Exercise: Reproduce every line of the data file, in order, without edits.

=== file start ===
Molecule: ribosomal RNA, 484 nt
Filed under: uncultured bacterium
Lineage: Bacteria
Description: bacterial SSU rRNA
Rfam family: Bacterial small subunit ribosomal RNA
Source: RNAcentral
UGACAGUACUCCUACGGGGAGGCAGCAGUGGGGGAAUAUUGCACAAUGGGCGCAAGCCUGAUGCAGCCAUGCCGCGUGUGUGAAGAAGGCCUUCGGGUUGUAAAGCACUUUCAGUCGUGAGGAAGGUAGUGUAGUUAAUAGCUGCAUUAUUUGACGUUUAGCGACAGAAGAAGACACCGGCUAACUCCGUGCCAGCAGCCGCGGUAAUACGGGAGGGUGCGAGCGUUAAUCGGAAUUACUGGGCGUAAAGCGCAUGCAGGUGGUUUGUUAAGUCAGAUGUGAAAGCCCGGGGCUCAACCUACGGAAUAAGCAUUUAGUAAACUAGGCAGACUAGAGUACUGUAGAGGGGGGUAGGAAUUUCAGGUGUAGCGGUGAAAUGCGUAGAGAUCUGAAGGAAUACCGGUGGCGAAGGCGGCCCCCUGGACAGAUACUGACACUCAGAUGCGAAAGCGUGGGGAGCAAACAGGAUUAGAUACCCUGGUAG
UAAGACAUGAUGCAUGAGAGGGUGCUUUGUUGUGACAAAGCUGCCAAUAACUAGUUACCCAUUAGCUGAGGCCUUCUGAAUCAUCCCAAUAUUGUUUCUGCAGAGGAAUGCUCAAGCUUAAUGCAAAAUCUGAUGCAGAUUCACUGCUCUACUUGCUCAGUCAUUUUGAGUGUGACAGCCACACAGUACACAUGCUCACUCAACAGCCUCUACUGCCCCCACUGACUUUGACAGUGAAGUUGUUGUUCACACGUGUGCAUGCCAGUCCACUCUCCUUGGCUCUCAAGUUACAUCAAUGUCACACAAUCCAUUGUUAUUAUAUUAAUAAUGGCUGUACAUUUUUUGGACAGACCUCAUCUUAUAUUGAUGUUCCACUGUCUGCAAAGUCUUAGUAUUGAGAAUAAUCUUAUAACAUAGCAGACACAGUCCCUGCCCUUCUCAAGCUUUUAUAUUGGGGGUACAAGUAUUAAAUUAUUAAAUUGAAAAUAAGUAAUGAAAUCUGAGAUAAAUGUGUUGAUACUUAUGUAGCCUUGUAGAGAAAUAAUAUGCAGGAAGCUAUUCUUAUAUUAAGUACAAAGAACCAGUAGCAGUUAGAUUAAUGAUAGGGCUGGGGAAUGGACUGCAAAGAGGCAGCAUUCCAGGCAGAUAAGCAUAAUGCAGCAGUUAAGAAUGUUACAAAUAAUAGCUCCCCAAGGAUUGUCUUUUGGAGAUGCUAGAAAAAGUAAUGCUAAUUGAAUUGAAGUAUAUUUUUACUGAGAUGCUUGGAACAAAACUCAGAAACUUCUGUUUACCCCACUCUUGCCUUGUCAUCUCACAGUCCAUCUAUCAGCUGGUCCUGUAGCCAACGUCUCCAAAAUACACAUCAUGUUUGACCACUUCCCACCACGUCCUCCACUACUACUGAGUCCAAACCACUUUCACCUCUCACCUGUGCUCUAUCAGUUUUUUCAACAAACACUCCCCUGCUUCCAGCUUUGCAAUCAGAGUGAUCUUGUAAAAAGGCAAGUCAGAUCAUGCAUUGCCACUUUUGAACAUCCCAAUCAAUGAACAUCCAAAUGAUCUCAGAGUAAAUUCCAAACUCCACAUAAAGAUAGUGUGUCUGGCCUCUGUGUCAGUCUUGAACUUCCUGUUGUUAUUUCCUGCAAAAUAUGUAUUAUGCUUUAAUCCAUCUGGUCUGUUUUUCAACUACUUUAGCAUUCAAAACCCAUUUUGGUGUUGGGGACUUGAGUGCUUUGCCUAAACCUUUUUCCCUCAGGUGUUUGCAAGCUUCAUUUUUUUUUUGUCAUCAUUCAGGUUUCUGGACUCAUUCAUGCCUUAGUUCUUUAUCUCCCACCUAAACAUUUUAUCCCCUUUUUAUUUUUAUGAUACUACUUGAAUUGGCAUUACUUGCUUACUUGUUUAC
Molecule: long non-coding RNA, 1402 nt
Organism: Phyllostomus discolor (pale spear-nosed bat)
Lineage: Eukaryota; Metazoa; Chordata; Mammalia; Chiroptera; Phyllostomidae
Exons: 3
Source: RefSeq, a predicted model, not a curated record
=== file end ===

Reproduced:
Molecule: ribosomal RNA, 484 nt
Filed under: uncultured bacterium
Lineage: Bacteria
Description: bacterial SSU rRNA
Rfam family: Bacterial small subunit ribosomal RNA
Source: RNAcentral
UGACAGUACUCCUACGGGGAGGCAGCAGUGGGGGAAUAUUGCACAAUGGGCGCAAGCCUGAUGCAGCCAUGCCGCGUGUGUGAAGAAGGCCUUCGGGUUGUAAAGCACUUUCAGUCGUGAGGAAGGUAGUGUAGUUAAUAGCUGCAUUAUUUGACGUUUAGCGACAGAAGAAGACACCGGCUAACUCCGUGCCAGCAGCCGCGGUAAUACGGGAGGGUGCGAGCGUUAAUCGGAAUUACUGGGCGUAAAGCGCAUGCAGGUGGUUUGUUAAGUCAGAUGUGAAAGCCCGGGGCUCAACCUACGGAAUAAGCAUUUAGUAAACUAGGCAGACUAGAGUACUGUAGAGGGGGGUAGGAAUUUCAGGUGUAGCGGUGAAAUGCGUAGAGAUCUGAAGGAAUACCGGUGGCGAAGGCGGCCCCCUGGACAGAUACUGACACUCAGAUGCGAAAGCGUGGGGAGCAAACAGGAUUAGAUACCCUGGUAG
UAAGACAUGAUGCAUGAGAGGGUGCUUUGUUGUGACAAAGCUGCCAAUAACUAGUUACCCAUUAGCUGAGGCCUUCUGAAUCAUCCCAAUAUUGUUUCUGCAGAGGAAUGCUCAAGCUUAAUGCAAAAUCUGAUGCAGAUUCACUGCUCUACUUGCUCAGUCAUUUUGAGUGUGACAGCCACACAGUACACAUGCUCACUCAACAGCCUCUACUGCCCCCACUGACUUUGACAGUGAAGUUGUUGUUCACACGUGUGCAUGCCAGUCCACUCUCCUUGGCUCUCAAGUUACAUCAAUGUCACACAAUCCAUUGUUAUUAUAUUAAUAAUGGCUGUACAUUUUUUGGACAGACCUCAUCUUAUAUUGAUGUUCCACUGUCUGCAAAGUCUUAGUAUUGAGAAUAAUCUUAUAACAUAGCAGACACAGUCCCUGCCCUUCUCAAGCUUUUAUAUUGGGGGUACAAGUAUUAAAUUAUUAAAUUGAAAAUAAGUAAUGAAAUCUGAGAUAAAUGUGUUGAUACUUAUGUAGCCUUGUAGAGAAAUAAUAUGCAGGAAGCUAUUCUUAUAUUAAGUACAAAGAACCAGUAGCAGUUAGAUUAAUGAUAGGGCUGGGGAAUGGACUGCAAAGAGGCAGCAUUCCAGGCAGAUAAGCAUAAUGCAGCAGUUAAGAAUGUUACAAAUAAUAGCUCCCCAAGGAUUGUCUUUUGGAGAUGCUAGAAAAAGUAAUGCUAAUUGAAUUGAAGUAUAUUUUUACUGAGAUGCUUGGAACAAAACUCAGAAACUUCUGUUUACCCCACUCUUGCCUUGUCAUCUCACAGUCCAUCUAUCAGCUGGUCCUGUAGCCAACGUCUCCAAAAUACACAUCAUGUUUGACCACUUCCCACCACGUCCUCCACUACUACUGAGUCCAAACCACUUUCACCUCUCACCUGUGCUCUAUCAGUUUUUUCAACAAACACUCCCCUGCUUCCAGCUUUGCAAUCAGAGUGAUCUUGUAAAAAGGCAAGUCAGAUCAUGCAUUGCCACUUUUGAACAUCCCAAUCAAUGAACAUCCAAAUGAUCUCAGAGUAAAUUCCAAACUCCACAUAAAGAUAGUGUGUCUGGCCUCUGUGUCAGUCUUGAACUUCCUGUUGUUAUUUCCUGCAAAAUAUGUAUUAUGCUUUAAUCCAUCUGGUCUGUUUUUCAACUACUUUAGCAUUCAAAACCCAUUUUGGUGUUGGGGACUUGAGUGCUUUGCCUAAACCUUUUUCCCUCAGGUGUUUGCAAGCUUCAUUUUUUUUUUGUCAUCAUUCAGGUUUCUGGACUCAUUCAUGCCUUAGUUCUUUAUCUCCCACCUAAACAUUUUAUCCCCUUUUUAUUUUUAUGAUACUACUUGAAUUGGCAUUACUUGCUUACUUGUUUAC
Molecule: long non-coding RNA, 1402 nt
Organism: Phyllostomus discolor (pale spear-nosed bat)
Lineage: Eukaryota; Metazoa; Chordata; Mammalia; Chiroptera; Phyllostomidae
Exons: 3
Source: RefSeq, a predicted model, not a curated record